Mridula’s Carrots in Roasted ChannaDahl Sauce
Serves about 4 as a vegetable side dish or, unorthodox-ily, as part of a sort of Indian chutney antipasti, as we did with Mridula (see previous posting). I like this served at room temperature rather than reheated, as the carrots retain their bright orange color and fresh, sweet taste! I ate the leftovers for breakfast the next day!
2 tablespoons +2 teaspoons oil of choice (I use a combination of half canola, half olive for everyday cooking)
1/2-1 tsp black mustard seeds
1- 1 1/2 lb fresh, sweet, large autumn carrots, peeled and cut into 5 cmm/1/4 inch cubes
3/4 teaspoon salt, or to taste
1/2 teaspoon sugar
1/2-1 teaspoon mild chile flakes (such as Urfa, Aleppo, or other Turkish chillies, or a pinch hot chile flakes or shake or two cayenne
2 teaspoons coriander seeds
2 tablespoons ordinary green split peas (though the traditional recipe calls for channa dahl or yellow split peas; I find green ones just fine!)
1 heaping tablespoon sesame seeds OR 1 heaping tablespoon tahina + a drizzle of toasted sesame oil
1 tablespoon lemon juice or to taste
1. Heat 2 tablespoons of the oil in a large frying pan over medium heat and add the mustard seeds. As soon as they start popping, which will be around 30 seconds to a minute, add the carrots, salt, sugar and chile flakes or cayenne. Stir over medium heat 2-3 minutes, then add 1/3 cup water, reduce heat slightly, and cook, covered, until the carrots are firm but tender, 10-12 minutes.
2. Meanwhile, heat the remaining 2 teaspoons of oil in a small frying pan over a low heat and dd the coriander seeds and split peas. Fry them until they are golden, light brown, but do not let them darken, probably less than 1 minute. Add the sesame seeds and continue to fry 30-40 seconds. (If you are using the tahina and sesame oil instead of sesame seeds, omit this step).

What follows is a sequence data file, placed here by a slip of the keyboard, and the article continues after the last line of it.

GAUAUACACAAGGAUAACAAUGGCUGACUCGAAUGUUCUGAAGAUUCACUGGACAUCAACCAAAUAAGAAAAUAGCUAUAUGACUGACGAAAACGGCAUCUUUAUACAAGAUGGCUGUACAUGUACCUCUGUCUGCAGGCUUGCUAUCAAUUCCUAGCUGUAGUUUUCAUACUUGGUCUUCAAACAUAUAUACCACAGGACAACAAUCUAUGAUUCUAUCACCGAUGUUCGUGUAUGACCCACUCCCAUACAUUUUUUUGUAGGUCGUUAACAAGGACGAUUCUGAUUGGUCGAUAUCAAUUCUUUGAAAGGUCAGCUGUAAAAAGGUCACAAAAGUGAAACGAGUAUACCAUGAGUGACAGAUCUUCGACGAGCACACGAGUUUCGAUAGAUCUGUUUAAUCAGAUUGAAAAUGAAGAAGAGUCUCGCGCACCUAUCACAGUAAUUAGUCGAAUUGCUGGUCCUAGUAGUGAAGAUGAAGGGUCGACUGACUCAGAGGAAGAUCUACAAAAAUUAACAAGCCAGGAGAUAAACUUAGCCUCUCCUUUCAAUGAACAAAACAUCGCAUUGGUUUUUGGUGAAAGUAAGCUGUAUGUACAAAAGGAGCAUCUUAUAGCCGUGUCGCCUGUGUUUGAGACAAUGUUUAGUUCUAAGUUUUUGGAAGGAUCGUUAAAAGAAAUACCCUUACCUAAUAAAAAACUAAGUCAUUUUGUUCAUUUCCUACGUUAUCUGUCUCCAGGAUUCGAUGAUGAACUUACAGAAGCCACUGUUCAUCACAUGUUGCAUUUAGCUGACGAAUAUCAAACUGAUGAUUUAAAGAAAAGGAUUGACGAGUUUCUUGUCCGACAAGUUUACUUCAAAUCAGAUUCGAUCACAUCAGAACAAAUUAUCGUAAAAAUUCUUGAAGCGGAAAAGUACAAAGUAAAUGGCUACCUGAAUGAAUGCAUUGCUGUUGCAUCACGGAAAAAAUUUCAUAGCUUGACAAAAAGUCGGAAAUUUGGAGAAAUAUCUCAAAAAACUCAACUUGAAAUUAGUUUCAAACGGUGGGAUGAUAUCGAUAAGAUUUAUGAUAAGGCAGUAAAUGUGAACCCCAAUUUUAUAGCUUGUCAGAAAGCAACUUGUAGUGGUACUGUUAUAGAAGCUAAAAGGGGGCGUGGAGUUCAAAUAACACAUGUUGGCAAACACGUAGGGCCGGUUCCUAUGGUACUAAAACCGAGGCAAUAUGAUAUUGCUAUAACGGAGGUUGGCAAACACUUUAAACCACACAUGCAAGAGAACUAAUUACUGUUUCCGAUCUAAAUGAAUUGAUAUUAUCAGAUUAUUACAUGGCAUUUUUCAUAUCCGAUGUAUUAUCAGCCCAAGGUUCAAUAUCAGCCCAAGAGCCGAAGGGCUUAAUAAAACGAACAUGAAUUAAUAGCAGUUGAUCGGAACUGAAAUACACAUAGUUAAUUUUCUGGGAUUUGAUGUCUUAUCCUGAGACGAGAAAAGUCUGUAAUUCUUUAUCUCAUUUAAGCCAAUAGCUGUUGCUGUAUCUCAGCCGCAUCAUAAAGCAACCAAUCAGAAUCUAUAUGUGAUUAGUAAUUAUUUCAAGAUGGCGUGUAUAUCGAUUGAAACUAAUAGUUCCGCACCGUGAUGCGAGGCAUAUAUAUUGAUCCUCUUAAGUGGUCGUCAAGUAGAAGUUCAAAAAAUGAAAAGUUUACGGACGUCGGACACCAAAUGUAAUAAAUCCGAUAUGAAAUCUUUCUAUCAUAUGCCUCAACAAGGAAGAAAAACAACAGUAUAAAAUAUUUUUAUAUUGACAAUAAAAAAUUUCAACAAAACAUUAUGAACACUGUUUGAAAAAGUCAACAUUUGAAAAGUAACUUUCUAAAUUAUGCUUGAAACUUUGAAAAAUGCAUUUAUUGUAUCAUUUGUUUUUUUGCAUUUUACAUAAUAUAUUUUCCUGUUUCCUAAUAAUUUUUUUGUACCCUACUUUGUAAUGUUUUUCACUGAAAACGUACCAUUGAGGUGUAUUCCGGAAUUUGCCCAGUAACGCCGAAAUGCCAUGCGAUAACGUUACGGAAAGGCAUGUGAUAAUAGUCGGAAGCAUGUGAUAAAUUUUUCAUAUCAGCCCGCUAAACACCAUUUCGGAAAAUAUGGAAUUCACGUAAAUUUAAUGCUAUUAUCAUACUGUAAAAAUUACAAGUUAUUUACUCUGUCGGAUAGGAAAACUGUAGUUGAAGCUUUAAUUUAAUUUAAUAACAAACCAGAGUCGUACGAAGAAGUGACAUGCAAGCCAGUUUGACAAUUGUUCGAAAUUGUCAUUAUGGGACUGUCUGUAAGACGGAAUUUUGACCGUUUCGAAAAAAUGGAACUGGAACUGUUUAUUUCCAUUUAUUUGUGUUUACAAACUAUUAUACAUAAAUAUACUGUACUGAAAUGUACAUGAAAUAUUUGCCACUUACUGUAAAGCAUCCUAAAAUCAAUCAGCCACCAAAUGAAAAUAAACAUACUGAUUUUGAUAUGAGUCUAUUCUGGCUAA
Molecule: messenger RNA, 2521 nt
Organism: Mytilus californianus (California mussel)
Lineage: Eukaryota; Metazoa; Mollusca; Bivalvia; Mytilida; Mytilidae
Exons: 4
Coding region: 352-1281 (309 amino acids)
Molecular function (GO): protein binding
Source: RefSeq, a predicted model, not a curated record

3. Remove from heat and let cool a few minutes, then grind the seeds and peas in a coffee grinder until they form a smooth powder.
4. Add the seeds/pea mixture to the carrots (and if using tahina and sesame oil, add these too), then cook together, uncovered, until the liquid has evaporated and the mixture has formed a paste that clings to the carrots, about 6-8 minutes. Depending on how much liquid was left in the pan with the carrots, you may need to add a little bit more water–my frying pan is shallow and i had to add about 1/4 cup. Add the lemon juice and remove from the heat.
You may eat them warm, but I like them best at room temperature.